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Re: Third claw for climbing was Re: Pro(to)avis
----- Original Message -----
From: "Tim Williams" <firstname.lastname@example.org>
Sent: Saturday, September 17, 2005 3:53 AM
In the earlier stages of the evolution of avian flight, the hindwings, the
forewings and the feathered tail may have worked together to maximize
rather than lift. This means that the neither the fore- or hindwings
to be held subhorizontally during aerial locomotion.
Again this depends on the orientation of the feathers. If they are all in
parasagittal planes, there isn't going to be much of an effect...
But I've never liked the Pouncing Proavis idea, for other reasons. It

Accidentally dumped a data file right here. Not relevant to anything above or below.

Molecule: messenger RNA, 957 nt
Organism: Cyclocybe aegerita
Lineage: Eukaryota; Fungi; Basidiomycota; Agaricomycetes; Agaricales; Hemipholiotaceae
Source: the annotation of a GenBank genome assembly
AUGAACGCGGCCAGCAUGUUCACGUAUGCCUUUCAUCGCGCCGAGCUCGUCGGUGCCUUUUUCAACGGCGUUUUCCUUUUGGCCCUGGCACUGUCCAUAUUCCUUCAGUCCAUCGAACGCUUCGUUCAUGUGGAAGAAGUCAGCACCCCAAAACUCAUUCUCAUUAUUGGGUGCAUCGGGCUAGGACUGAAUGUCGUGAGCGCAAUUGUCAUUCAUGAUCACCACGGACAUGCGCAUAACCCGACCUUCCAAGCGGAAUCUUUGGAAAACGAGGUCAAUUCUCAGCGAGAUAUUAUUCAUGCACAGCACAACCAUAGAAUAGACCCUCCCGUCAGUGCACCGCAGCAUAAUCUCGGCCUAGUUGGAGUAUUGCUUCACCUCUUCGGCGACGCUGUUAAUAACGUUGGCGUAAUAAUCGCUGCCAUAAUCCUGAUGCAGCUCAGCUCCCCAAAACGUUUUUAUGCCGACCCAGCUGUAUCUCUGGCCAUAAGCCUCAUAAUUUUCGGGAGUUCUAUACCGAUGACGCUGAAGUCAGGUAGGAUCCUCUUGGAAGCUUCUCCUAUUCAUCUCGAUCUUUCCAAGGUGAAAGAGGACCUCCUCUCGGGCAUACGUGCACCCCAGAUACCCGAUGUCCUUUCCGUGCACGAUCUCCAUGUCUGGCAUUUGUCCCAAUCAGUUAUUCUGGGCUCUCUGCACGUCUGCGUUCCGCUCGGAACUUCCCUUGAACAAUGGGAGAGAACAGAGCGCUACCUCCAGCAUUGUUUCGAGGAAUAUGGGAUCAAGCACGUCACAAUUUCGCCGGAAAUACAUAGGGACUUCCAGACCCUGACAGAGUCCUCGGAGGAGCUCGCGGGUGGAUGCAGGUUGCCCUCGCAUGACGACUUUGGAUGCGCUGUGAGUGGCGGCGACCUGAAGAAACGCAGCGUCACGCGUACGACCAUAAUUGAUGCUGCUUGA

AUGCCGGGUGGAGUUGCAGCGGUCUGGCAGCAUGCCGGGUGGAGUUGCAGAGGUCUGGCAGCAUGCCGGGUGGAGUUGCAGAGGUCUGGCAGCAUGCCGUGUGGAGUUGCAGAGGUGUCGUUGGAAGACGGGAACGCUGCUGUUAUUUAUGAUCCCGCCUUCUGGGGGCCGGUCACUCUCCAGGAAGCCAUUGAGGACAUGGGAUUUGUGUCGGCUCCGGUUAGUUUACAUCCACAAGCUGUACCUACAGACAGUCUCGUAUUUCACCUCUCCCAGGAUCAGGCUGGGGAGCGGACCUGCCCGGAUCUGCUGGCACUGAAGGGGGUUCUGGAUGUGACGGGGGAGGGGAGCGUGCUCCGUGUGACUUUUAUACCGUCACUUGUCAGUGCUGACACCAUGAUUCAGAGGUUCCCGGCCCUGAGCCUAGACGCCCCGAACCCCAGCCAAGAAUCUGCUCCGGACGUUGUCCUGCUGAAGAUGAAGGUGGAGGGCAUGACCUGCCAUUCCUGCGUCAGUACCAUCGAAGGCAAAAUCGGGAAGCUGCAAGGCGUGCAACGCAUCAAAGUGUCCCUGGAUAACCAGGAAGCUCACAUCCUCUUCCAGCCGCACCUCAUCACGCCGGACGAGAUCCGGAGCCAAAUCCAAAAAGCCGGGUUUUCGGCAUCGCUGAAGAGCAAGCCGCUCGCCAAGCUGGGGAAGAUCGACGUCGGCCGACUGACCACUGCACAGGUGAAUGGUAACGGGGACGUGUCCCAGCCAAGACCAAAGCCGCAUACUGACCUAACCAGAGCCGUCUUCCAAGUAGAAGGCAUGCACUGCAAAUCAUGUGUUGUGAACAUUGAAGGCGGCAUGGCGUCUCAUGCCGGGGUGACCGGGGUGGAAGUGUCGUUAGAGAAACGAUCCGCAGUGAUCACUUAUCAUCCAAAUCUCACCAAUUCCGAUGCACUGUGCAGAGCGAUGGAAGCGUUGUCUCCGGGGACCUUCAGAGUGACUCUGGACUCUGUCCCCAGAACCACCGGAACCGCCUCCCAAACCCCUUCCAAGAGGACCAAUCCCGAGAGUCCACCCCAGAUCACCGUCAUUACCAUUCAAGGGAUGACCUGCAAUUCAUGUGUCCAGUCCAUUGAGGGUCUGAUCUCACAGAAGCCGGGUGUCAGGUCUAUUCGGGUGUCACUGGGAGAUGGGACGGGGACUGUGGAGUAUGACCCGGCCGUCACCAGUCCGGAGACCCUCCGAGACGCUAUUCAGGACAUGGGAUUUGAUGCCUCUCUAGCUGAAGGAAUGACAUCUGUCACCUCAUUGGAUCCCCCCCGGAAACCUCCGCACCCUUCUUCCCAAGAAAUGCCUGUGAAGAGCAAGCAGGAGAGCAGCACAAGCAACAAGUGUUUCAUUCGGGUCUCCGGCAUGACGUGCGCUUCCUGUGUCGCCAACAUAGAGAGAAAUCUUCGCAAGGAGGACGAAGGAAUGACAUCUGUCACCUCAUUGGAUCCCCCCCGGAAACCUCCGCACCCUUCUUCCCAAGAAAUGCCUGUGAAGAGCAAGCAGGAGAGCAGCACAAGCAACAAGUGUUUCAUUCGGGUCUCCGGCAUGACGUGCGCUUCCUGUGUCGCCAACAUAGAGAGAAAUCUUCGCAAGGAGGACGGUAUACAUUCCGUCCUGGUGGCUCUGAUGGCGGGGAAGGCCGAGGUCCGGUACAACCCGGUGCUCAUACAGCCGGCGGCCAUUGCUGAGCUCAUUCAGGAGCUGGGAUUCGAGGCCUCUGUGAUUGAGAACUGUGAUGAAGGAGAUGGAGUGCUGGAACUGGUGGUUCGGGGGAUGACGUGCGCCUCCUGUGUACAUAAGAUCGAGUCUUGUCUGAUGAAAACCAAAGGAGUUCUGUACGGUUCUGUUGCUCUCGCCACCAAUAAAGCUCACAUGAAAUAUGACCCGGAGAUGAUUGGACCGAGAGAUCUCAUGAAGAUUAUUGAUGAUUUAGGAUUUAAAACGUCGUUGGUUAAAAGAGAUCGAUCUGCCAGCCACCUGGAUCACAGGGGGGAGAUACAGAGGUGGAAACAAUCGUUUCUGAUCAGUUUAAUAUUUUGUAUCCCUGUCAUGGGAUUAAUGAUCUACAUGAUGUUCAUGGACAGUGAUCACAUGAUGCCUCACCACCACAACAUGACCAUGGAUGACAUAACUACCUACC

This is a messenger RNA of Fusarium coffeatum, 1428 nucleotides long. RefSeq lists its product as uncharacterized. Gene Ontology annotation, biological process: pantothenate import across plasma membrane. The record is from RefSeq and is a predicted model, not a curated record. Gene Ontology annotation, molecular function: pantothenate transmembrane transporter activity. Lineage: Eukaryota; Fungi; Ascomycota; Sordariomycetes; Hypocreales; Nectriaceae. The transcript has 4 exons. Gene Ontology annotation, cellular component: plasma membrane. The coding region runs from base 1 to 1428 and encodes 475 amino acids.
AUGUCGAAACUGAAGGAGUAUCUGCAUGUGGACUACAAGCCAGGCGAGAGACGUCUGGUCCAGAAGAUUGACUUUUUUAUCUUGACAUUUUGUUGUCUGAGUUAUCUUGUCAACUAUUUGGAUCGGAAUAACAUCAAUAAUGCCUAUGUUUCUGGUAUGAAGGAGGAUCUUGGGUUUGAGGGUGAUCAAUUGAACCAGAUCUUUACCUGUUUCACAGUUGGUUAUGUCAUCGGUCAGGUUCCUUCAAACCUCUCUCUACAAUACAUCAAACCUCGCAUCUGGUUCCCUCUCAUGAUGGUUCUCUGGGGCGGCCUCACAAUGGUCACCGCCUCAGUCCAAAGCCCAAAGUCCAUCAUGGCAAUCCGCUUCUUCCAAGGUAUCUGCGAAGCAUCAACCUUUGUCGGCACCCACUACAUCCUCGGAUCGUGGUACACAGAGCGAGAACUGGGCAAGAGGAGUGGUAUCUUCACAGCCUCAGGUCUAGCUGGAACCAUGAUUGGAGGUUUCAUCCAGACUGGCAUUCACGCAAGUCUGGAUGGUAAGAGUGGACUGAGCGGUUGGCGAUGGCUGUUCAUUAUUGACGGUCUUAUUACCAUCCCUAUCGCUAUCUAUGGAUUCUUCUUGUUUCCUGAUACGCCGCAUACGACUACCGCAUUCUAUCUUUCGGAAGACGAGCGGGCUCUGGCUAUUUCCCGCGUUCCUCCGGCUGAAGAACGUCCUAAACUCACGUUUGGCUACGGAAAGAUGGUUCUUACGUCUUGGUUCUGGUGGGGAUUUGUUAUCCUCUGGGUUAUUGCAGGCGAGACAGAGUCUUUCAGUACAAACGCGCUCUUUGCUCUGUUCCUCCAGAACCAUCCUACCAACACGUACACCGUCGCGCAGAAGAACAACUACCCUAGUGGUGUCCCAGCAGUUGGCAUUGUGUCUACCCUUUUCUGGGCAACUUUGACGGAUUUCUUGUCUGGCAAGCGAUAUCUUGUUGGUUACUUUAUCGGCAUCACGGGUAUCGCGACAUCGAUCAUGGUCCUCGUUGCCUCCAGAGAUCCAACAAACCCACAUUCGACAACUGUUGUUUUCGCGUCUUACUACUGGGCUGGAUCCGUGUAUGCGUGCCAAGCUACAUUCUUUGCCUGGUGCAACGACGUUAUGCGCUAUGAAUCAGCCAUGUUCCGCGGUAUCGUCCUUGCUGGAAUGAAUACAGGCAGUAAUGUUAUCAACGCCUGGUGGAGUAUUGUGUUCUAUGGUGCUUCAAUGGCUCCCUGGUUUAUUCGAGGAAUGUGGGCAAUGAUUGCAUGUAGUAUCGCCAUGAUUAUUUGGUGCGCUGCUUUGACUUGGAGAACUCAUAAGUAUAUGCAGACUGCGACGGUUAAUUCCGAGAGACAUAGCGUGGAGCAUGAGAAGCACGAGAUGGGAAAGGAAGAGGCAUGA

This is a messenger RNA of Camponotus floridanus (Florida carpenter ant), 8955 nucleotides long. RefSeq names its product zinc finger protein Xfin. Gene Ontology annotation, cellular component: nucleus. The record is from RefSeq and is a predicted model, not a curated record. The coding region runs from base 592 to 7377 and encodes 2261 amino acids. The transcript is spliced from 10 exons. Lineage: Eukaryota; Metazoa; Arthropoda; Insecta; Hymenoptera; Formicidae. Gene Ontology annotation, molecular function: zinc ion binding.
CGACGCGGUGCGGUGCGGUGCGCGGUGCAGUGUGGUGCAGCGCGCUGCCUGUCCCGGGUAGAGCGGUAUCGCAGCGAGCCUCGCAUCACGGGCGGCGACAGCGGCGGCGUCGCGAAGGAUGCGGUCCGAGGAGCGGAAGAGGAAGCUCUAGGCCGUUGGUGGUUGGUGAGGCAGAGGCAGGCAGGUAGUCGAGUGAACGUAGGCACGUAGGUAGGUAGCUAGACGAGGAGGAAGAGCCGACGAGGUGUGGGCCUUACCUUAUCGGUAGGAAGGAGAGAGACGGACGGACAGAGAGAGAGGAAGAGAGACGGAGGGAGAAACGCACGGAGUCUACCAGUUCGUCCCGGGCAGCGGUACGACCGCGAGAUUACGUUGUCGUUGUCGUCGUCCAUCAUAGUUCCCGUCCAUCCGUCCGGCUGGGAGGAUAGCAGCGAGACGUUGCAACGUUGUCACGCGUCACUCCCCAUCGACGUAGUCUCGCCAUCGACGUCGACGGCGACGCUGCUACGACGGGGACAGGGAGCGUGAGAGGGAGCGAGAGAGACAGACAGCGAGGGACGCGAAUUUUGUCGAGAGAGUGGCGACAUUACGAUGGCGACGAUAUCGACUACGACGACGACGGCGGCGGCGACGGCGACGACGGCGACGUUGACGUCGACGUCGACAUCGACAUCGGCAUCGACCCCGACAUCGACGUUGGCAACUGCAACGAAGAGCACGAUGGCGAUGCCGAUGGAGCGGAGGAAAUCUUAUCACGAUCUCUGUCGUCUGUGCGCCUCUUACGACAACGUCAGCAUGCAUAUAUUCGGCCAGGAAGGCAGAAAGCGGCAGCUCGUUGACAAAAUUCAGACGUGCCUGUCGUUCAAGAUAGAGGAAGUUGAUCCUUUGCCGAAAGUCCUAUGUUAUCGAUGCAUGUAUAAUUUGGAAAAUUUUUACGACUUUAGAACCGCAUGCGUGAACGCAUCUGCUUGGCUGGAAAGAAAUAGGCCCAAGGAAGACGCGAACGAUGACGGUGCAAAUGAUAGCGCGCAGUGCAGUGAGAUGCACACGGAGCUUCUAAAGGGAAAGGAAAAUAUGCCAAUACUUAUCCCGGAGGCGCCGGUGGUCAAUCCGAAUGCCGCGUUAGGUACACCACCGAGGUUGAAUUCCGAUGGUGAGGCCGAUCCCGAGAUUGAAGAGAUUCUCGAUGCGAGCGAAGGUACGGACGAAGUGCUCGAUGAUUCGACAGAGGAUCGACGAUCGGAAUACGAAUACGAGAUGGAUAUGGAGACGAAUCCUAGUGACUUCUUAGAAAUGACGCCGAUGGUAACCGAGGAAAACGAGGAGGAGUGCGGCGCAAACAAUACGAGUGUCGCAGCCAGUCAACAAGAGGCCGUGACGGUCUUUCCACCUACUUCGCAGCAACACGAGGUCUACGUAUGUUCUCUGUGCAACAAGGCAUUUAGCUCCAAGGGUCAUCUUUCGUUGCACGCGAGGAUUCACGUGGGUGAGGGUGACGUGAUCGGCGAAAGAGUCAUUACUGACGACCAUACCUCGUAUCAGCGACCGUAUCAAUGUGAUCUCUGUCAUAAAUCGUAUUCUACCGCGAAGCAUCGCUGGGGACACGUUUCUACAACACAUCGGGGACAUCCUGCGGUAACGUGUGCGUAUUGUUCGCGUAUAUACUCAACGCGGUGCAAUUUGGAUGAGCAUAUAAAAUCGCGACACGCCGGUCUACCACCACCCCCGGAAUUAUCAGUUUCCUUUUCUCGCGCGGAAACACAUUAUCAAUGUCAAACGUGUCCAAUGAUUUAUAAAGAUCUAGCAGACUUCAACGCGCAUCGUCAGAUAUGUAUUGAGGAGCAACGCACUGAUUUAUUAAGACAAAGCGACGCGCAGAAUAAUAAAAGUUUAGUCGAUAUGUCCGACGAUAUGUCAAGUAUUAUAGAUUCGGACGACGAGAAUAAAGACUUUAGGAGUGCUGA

requires a rather small animal (if it's too heavy, feathered fringes won't
have enough of an effect). It also requires a rather large vertical distance
in relation to the size of the animal (if the leap is too short, there's no
need to use any aerodynamics, as opposed to steering by means of the way the
animal jumps off). Then it requires pretty large prey, because small prey is
unlikely to stand still (within a sufficiently small area at least) for long
enough that an incipient Pouncing Proavis would have any chance.
It goes without saying that someone needs to quantify this. _If_ it
comes out that the model requires, say, that something the size of a weasel
must jump off from a height of 3 m to catch something the size of a pig,
I'll consider the model disproven...
I prefer separate explanations. Wings for brooding, then exapted for... who
knows... WAIR or maybe even swimming or...